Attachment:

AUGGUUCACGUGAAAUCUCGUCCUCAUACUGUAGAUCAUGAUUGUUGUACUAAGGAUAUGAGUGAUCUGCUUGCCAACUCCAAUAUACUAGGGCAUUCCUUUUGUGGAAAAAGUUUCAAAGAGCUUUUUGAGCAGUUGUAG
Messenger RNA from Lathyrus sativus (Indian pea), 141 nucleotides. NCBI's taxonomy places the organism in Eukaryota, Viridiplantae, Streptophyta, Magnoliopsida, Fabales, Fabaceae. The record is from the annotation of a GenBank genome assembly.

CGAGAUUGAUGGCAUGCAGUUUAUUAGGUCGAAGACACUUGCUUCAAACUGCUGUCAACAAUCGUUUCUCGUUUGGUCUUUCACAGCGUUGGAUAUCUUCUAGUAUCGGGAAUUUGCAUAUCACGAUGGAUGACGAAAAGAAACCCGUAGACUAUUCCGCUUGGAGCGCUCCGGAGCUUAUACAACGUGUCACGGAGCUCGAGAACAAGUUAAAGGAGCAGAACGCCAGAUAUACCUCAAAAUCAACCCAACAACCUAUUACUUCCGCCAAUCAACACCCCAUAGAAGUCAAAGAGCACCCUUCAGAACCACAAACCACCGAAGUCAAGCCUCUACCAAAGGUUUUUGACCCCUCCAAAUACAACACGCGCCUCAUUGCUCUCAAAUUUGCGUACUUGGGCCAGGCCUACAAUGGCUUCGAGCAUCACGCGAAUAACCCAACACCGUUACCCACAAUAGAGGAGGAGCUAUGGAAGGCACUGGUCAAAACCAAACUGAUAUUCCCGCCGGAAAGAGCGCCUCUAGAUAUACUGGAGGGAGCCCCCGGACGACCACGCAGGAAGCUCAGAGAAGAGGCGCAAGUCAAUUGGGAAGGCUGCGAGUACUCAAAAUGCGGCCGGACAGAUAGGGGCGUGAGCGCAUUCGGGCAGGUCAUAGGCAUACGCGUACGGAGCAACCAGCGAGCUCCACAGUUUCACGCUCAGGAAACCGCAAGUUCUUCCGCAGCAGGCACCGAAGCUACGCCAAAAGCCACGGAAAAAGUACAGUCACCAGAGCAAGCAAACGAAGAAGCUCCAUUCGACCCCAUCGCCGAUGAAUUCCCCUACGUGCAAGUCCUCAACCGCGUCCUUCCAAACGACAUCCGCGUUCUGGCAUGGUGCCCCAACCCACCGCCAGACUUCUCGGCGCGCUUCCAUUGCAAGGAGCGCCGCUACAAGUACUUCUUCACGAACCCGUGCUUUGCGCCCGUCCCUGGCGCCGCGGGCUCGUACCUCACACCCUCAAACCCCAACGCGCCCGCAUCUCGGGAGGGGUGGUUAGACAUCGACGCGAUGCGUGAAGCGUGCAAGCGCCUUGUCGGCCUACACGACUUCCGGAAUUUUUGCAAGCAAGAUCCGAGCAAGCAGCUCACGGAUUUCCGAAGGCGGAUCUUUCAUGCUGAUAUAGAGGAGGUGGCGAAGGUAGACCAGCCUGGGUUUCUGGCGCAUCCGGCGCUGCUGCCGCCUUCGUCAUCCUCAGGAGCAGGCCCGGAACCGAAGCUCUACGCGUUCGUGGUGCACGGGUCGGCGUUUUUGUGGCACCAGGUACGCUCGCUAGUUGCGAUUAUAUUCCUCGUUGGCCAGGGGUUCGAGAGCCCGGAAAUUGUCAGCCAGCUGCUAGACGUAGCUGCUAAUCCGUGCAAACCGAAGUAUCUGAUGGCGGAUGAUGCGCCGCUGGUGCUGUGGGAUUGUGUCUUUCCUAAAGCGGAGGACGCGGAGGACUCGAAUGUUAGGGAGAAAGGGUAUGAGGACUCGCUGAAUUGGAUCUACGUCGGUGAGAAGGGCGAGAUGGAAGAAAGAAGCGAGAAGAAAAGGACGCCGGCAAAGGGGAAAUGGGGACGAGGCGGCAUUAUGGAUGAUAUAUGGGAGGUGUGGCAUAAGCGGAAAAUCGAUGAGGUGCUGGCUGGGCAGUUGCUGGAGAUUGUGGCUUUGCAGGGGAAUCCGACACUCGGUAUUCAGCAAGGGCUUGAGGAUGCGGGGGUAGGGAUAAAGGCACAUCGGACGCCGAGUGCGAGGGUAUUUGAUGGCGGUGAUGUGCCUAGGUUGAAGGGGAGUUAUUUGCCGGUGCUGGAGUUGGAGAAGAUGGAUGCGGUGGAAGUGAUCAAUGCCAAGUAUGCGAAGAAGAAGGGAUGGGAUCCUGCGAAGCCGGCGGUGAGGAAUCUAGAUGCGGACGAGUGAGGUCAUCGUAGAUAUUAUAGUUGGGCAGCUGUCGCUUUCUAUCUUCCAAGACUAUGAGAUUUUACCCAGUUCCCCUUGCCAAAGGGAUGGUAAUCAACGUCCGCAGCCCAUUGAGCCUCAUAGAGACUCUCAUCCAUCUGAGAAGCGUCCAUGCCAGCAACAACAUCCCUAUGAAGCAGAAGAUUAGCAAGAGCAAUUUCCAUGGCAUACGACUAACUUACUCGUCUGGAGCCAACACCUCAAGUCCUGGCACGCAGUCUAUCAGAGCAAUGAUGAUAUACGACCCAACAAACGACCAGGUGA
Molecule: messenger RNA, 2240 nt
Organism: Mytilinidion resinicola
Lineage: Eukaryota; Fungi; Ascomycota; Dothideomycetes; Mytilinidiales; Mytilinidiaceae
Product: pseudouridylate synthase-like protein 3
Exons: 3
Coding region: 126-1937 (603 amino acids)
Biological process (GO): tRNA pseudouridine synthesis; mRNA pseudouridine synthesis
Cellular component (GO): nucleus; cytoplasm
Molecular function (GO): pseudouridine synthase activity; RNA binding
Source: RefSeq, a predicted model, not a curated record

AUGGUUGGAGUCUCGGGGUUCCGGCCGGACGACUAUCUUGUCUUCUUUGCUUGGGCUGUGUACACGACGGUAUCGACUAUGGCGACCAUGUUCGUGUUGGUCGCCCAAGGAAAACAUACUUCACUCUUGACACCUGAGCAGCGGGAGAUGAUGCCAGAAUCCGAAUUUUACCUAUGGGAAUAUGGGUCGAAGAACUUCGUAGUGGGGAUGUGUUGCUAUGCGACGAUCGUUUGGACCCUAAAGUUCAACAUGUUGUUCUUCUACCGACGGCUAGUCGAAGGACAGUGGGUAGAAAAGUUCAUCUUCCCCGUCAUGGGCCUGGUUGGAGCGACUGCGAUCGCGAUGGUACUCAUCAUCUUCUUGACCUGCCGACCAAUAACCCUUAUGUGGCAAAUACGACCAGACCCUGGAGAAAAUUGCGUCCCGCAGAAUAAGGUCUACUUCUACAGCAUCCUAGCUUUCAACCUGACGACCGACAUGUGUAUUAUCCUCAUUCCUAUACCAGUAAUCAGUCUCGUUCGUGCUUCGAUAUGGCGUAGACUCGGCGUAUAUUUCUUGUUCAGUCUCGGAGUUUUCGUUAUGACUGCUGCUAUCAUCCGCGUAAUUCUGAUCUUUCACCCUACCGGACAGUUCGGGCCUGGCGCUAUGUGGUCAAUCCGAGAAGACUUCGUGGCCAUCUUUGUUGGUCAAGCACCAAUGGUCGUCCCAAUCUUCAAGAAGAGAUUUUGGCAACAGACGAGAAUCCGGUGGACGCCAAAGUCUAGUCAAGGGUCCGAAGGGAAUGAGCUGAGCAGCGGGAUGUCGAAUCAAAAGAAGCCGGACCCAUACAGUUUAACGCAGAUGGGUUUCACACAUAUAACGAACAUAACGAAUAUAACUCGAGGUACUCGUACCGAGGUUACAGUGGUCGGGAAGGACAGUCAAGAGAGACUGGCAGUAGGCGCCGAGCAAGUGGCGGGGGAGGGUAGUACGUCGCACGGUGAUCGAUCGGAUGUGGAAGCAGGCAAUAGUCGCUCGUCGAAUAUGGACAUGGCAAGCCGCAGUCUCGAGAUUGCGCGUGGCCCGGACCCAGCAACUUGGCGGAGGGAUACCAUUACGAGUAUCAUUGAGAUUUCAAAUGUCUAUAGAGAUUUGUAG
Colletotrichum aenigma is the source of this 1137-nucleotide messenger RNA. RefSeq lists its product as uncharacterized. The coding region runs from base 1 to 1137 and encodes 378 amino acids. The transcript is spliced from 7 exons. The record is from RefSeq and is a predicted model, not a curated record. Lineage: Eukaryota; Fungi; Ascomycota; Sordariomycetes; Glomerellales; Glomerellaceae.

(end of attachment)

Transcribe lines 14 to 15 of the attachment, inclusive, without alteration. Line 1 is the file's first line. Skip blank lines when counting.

AUGGUUGGAGUCUCGGGGUUCCGGCCGGACGACUAUCUUGUCUUCUUUGCUUGGGCUGUGUACACGACGGUAUCGACUAUGGCGACCAUGUUCGUGUUGGUCGCCCAAGGAAAACAUACUUCACUCUUGACACCUGAGCAGCGGGAGAUGAUGCCAGAAUCCGAAUUUUACCUAUGGGAAUAUGGGUCGAAGAACUUCGUAGUGGGGAUGUGUUGCUAUGCGACGAUCGUUUGGACCCUAAAGUUCAACAUGUUGUUCUUCUACCGACGGCUAGUCGAAGGACAGUGGGUAGAAAAGUUCAUCUUCCCCGUCAUGGGCCUGGUUGGAGCGACUGCGAUCGCGAUGGUACUCAUCAUCUUCUUGACCUGCCGACCAAUAACCCUUAUGUGGCAAAUACGACCAGACCCUGGAGAAAAUUGCGUCCCGCAGAAUAAGGUCUACUUCUACAGCAUCCUAGCUUUCAACCUGACGACCGACAUGUGUAUUAUCCUCAUUCCUAUACCAGUAAUCAGUCUCGUUCGUGCUUCGAUAUGGCGUAGACUCGGCGUAUAUUUCUUGUUCAGUCUCGGAGUUUUCGUUAUGACUGCUGCUAUCAUCCGCGUAAUUCUGAUCUUUCACCCUACCGGACAGUUCGGGCCUGGCGCUAUGUGGUCAAUCCGAGAAGACUUCGUGGCCAUCUUUGUUGGUCAAGCACCAAUGGUCGUCCCAAUCUUCAAGAAGAGAUUUUGGCAACAGACGAGAAUCCGGUGGACGCCAAAGUCUAGUCAAGGGUCCGAAGGGAAUGAGCUGAGCAGCGGGAUGUCGAAUCAAAAGAAGCCGGACCCAUACAGUUUAACGCAGAUGGGUUUCACACAUAUAACGAACAUAACGAAUAUAACUCGAGGUACUCGUACCGAGGUUACAGUGGUCGGGAAGGACAGUCAAGAGAGACUGGCAGUAGGCGCCGAGCAAGUGGCGGGGGAGGGUAGUACGUCGCACGGUGAUCGAUCGGAUGUGGAAGCAGGCAAUAGUCGCUCGUCGAAUAUGGACAUGGCAAGCCGCAGUCUCGAGAUUGCGCGUGGCCCGGACCCAGCAACUUGGCGGAGGGAUACCAUUACGAGUAUCAUUGAGAUUUCAAAUGUCUAUAGAGAUUUGUAG
Colletotrichum aenigma is the source of this 1137-nucleotide messenger RNA. RefSeq lists its product as uncharacterized. The coding region runs from base 1 to 1137 and encodes 378 amino acids. The transcript is spliced from 7 exons. The record is from RefSeq and is a predicted model, not a curated record. Lineage: Eukaryota; Fungi; Ascomycota; Sordariomycetes; Glomerellales; Glomerellaceae.